IT'S HARD to believe: On this day just 74 years ago -- perhaps within the lifetime of your grandmother, or your mother, or even yourself -- the power of the ballot was still for men only. The fate of a nation was entrusted to half of its citizenry. But five days later, on Aug. 26, 1920, one of the most profound changes in American history occurred: the 19th Amendment to the Constitution took effect, and women at last had the right to vote.

Before the anniversary of that moment again passes unnoticed next Friday, one might ponder this question: How could women have been denied such a fundamental role for the first 144 years of our nationhood? Why was something so obviously right achieved only after decades of passionate protest, civil disobedience, and old-fashioned, knock-down, family-dividing, church-splitting, liberal-versus-conservative debate?

The 19th Amendment represented a sea change in the political character of the nation. Few issues since the abolition of slavery roiled the populace to such an extent. A review of the debate, as I discovered recently over a couple of days at the Library of Congress, provides some answers and sheds some light on our current political scene.

The suffrage movement began to attract national attention late in the 19th century and gained momentum during the first two decades of the 20th. People of divergent backgrounds united around one central conviction: that while our Founding Fathers may have overlooked it, women as well as men were created equal, and the vote was their natural right too.

The issue over which the forces of left and right squared off could not have been more basic: Should the dominant group, white males, be required to share their privileged access to the voting booth? Complicating matters, the proposed amendment could take effect only if ratified by a majority of that male electorate -- that is, only if most men cast their votes in favor of the suffragists.

To experience the real flavor of the debate leading to the 19th Amendment it is important to read the exact words of the proponents and opponents of women's suffrage. The quotes that follow, if not attributed otherwise, are taken from Aileen S. Kreditor's excellent 1965 book, "The Ideas of the Woman Suffrage Movement, 1890-1920" (Columbia University Press). The arguments against extending the vote to women fell into the following categories:

* Biological/psychological: No anti-suffragist argument was used more frequently than the one that found a disqualifying flaw in woman's biological makeup. "The masculine represents judgment . . . while the feminine represents emotion . . . the predominance of sentiment in women renders her essentially an idealist. She jumps at conclusions," declared O. B. Frothingham in his 1890 essay "The Real Case of the 'Remonstrants Against Women's Suffrage.' "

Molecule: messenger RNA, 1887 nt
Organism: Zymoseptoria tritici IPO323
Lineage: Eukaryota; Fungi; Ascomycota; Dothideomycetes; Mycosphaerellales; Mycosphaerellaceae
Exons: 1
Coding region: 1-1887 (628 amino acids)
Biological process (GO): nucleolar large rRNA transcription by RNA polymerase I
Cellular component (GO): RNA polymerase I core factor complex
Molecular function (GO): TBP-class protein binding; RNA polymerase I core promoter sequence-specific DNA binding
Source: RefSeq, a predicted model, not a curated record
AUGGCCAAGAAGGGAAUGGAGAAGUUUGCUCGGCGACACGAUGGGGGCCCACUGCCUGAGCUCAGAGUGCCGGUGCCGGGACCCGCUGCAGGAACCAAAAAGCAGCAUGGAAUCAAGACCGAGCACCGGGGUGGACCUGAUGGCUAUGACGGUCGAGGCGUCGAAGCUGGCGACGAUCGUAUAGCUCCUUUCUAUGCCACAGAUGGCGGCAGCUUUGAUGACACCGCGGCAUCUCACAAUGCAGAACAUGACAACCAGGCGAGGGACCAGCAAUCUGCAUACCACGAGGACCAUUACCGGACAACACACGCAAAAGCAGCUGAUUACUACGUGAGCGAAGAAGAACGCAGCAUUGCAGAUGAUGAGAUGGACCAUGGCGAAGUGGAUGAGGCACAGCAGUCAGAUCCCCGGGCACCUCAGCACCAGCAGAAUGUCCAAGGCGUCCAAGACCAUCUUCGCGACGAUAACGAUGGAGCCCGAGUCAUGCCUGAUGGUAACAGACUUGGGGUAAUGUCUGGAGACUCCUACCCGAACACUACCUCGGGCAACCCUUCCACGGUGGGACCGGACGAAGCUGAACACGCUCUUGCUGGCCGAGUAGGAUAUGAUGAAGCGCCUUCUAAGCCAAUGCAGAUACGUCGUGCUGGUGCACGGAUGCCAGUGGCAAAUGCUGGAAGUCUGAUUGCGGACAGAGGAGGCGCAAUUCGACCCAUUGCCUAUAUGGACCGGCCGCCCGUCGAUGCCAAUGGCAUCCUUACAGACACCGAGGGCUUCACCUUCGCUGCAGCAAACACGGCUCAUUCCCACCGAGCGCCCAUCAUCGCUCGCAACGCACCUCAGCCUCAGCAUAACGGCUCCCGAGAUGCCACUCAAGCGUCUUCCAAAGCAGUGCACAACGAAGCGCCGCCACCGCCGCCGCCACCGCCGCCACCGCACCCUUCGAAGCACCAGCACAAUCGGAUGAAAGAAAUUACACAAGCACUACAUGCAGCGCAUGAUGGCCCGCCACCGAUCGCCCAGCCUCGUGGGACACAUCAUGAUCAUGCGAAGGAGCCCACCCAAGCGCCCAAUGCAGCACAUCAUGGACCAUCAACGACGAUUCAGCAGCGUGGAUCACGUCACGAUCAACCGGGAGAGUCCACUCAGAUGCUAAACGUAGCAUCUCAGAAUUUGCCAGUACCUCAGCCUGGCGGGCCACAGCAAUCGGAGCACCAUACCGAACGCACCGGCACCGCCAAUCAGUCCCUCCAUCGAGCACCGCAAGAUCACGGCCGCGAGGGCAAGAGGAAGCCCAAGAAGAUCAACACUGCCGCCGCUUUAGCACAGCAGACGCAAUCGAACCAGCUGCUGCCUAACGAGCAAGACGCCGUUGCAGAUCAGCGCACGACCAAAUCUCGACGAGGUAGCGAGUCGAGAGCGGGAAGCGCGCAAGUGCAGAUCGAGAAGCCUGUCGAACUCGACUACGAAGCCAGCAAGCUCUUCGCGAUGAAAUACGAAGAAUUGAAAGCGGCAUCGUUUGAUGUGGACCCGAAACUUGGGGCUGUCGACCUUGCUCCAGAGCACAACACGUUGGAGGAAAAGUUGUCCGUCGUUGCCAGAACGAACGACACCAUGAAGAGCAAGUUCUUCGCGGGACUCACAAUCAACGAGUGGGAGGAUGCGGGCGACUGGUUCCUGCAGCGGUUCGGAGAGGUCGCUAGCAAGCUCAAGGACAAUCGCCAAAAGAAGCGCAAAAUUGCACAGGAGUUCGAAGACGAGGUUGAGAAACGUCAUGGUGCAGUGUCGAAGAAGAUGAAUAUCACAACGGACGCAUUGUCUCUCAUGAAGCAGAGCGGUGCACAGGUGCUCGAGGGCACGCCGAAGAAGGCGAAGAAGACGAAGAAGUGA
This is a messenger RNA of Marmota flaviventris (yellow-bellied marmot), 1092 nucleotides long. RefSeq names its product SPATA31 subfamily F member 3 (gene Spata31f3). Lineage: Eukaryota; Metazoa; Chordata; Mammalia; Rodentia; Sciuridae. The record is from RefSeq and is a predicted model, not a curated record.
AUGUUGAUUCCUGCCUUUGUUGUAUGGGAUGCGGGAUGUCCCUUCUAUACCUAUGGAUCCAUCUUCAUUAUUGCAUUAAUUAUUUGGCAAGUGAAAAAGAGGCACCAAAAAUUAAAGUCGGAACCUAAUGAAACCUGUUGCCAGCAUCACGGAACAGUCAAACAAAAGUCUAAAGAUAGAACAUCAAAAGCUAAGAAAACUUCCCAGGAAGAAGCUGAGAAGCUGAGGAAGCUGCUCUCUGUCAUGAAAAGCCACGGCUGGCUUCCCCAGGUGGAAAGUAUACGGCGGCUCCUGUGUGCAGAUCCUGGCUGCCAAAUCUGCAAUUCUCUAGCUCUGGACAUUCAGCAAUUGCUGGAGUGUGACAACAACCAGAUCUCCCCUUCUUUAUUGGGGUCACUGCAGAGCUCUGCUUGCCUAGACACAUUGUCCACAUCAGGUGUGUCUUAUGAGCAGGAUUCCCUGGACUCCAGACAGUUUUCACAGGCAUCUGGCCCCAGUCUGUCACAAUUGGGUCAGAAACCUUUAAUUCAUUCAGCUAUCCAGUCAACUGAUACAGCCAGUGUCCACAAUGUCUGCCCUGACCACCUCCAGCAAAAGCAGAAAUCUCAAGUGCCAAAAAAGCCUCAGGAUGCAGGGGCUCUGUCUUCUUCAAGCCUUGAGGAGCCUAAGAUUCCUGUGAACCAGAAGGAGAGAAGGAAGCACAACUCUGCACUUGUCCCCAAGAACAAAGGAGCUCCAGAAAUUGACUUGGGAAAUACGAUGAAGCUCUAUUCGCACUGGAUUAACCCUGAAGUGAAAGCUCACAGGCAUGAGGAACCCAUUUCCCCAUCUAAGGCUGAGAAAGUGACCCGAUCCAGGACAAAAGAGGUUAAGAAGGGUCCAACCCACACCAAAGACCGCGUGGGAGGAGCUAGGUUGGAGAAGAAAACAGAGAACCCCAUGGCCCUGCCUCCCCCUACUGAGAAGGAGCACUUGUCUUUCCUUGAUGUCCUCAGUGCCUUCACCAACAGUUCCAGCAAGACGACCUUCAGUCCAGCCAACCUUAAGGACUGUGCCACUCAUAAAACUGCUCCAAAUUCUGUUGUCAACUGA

Yet another expert in the biology of womanhood, a man named Walsh, declared to a mass meeting in Albany, N.Y.: "A woman's brain involves emotion rather than intellect; and whilst this feature fits her admirably as a creature burdened with the preservation and happiness of the human species, it painfully disqualifies her for the sterner duties to be performed by the intellectual faculties . . . "

Unlike some of today's feminists, the suffragists did not respond by noting the war-mongering propensities of testosterone-stoked male voters and politicians, not to mention their patent neglect of programs to aid the weak. Perhaps liberals of the day considered the biological balderdash too ridiculous to dignify with a response.

* Family Values: Giving women the vote, opponents claimed, would interfere with women's maternal duties. It could "encourage singleness." Moreover, a good wife by definition shared in the creation of a "consensus on political matters," which consensus her husband duly voted at the polls. Thus, she already shared in the vote. More than one spokesman stressed that this practice spared women the "burden" of voting.

The argument for women's essentially familial role is set forth clearly in an anti-suffrage article, "Household Hints," published in an undated Massachusetts journal: "Housewives! You do not need a ballot to clean out your sink spout. . . . Control of the temper makes a happier home than control of elections. . . . Good cooking lessens alcoholic craving quicker than a vote on local option. . . . Clean houses, which cannot be provided by legislation, keep children healthier and happier than any number of laws."

Anybody for deja vu? This mother-cook-housekeeper image of woman still persists in some 1994 circles. But it was not persuasive even 100 years ago. The most effective rebuttal to such a confining definition of woman's role was the sheer physical presence of the suffragists in the streets, in legislative halls, at factories, in rallies and wherever else they chose to assert their self-definition as equal partners with men.